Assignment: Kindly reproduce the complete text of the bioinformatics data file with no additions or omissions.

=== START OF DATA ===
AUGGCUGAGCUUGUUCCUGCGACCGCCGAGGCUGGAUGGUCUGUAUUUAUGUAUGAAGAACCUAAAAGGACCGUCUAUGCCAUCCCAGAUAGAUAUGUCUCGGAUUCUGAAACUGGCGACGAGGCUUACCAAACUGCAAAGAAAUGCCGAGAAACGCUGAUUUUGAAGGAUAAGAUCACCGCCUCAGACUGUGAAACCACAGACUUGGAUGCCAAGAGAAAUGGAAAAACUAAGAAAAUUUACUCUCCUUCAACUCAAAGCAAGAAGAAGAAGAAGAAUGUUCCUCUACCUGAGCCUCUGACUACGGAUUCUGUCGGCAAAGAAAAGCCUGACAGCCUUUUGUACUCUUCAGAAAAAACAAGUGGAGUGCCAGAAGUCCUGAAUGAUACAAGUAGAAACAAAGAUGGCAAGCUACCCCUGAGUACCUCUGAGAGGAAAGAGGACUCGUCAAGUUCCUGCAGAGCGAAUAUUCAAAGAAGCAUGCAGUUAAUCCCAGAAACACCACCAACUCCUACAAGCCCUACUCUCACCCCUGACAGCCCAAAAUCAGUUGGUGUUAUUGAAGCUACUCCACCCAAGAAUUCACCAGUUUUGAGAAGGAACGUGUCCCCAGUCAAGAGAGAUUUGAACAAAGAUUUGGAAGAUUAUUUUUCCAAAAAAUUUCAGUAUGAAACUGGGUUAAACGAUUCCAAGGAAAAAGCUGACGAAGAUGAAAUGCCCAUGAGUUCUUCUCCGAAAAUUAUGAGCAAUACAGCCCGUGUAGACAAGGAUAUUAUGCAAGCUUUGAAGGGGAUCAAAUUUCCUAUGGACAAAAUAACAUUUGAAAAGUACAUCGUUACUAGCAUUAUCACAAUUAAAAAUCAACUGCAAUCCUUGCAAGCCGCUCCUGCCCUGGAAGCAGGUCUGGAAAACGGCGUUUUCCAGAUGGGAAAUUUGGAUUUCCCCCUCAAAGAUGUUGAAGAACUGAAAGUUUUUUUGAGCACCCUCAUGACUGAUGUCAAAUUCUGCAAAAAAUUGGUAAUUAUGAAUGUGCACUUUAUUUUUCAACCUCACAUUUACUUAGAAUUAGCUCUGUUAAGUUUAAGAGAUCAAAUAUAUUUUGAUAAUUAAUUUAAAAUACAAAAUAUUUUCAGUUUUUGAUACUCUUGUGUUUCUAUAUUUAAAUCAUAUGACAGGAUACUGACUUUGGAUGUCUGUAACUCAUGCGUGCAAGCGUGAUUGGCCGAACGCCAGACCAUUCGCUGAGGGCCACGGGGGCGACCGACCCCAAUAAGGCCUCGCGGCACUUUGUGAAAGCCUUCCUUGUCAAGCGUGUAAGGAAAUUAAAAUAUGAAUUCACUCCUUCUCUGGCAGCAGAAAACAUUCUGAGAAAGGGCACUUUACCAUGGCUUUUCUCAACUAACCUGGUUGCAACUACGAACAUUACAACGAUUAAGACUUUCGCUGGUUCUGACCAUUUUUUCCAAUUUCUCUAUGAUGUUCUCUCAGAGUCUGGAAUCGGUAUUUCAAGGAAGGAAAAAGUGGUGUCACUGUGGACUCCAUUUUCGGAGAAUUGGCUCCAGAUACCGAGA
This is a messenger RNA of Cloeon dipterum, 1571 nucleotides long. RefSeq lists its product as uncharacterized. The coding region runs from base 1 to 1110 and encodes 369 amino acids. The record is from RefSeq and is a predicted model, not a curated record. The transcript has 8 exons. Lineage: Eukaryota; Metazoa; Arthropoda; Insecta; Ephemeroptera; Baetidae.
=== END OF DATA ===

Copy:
AUGGCUGAGCUUGUUCCUGCGACCGCCGAGGCUGGAUGGUCUGUAUUUAUGUAUGAAGAACCUAAAAGGACCGUCUAUGCCAUCCCAGAUAGAUAUGUCUCGGAUUCUGAAACUGGCGACGAGGCUUACCAAACUGCAAAGAAAUGCCGAGAAACGCUGAUUUUGAAGGAUAAGAUCACCGCCUCAGACUGUGAAACCACAGACUUGGAUGCCAAGAGAAAUGGAAAAACUAAGAAAAUUUACUCUCCUUCAACUCAAAGCAAGAAGAAGAAGAAGAAUGUUCCUCUACCUGAGCCUCUGACUACGGAUUCUGUCGGCAAAGAAAAGCCUGACAGCCUUUUGUACUCUUCAGAAAAAACAAGUGGAGUGCCAGAAGUCCUGAAUGAUACAAGUAGAAACAAAGAUGGCAAGCUACCCCUGAGUACCUCUGAGAGGAAAGAGGACUCGUCAAGUUCCUGCAGAGCGAAUAUUCAAAGAAGCAUGCAGUUAAUCCCAGAAACACCACCAACUCCUACAAGCCCUACUCUCACCCCUGACAGCCCAAAAUCAGUUGGUGUUAUUGAAGCUACUCCACCCAAGAAUUCACCAGUUUUGAGAAGGAACGUGUCCCCAGUCAAGAGAGAUUUGAACAAAGAUUUGGAAGAUUAUUUUUCCAAAAAAUUUCAGUAUGAAACUGGGUUAAACGAUUCCAAGGAAAAAGCUGACGAAGAUGAAAUGCCCAUGAGUUCUUCUCCGAAAAUUAUGAGCAAUACAGCCCGUGUAGACAAGGAUAUUAUGCAAGCUUUGAAGGGGAUCAAAUUUCCUAUGGACAAAAUAACAUUUGAAAAGUACAUCGUUACUAGCAUUAUCACAAUUAAAAAUCAACUGCAAUCCUUGCAAGCCGCUCCUGCCCUGGAAGCAGGUCUGGAAAACGGCGUUUUCCAGAUGGGAAAUUUGGAUUUCCCCCUCAAAGAUGUUGAAGAACUGAAAGUUUUUUUGAGCACCCUCAUGACUGAUGUCAAAUUCUGCAAAAAAUUGGUAAUUAUGAAUGUGCACUUUAUUUUUCAACCUCACAUUUACUUAGAAUUAGCUCUGUUAAGUUUAAGAGAUCAAAUAUAUUUUGAUAAUUAAUUUAAAAUACAAAAUAUUUUCAGUUUUUGAUACUCUUGUGUUUCUAUAUUUAAAUCAUAUGACAGGAUACUGACUUUGGAUGUCUGUAACUCAUGCGUGCAAGCGUGAUUGGCCGAACGCCAGACCAUUCGCUGAGGGCCACGGGGGCGACCGACCCCAAUAAGGCCUCGCGGCACUUUGUGAAAGCCUUCCUUGUCAAGCGUGUAAGGAAAUUAAAAUAUGAAUUCACUCCUUCUCUGGCAGCAGAAAACAUUCUGAGAAAGGGCACUUUACCAUGGCUUUUCUCAACUAACCUGGUUGCAACUACGAACAUUACAACGAUUAAGACUUUCGCUGGUUCUGACCAUUUUUUCCAAUUUCUCUAUGAUGUUCUCUCAGAGUCUGGAAUCGGUAUUUCAAGGAAGGAAAAAGUGGUGUCACUGUGGACUCCAUUUUCGGAGAAUUGGCUCCAGAUACCGAGA
This is a messenger RNA of Cloeon dipterum, 1571 nucleotides long. RefSeq lists its product as uncharacterized. The coding region runs from base 1 to 1110 and encodes 369 amino acids. The record is from RefSeq and is a predicted model, not a curated record. The transcript has 8 exons. Lineage: Eukaryota; Metazoa; Arthropoda; Insecta; Ephemeroptera; Baetidae.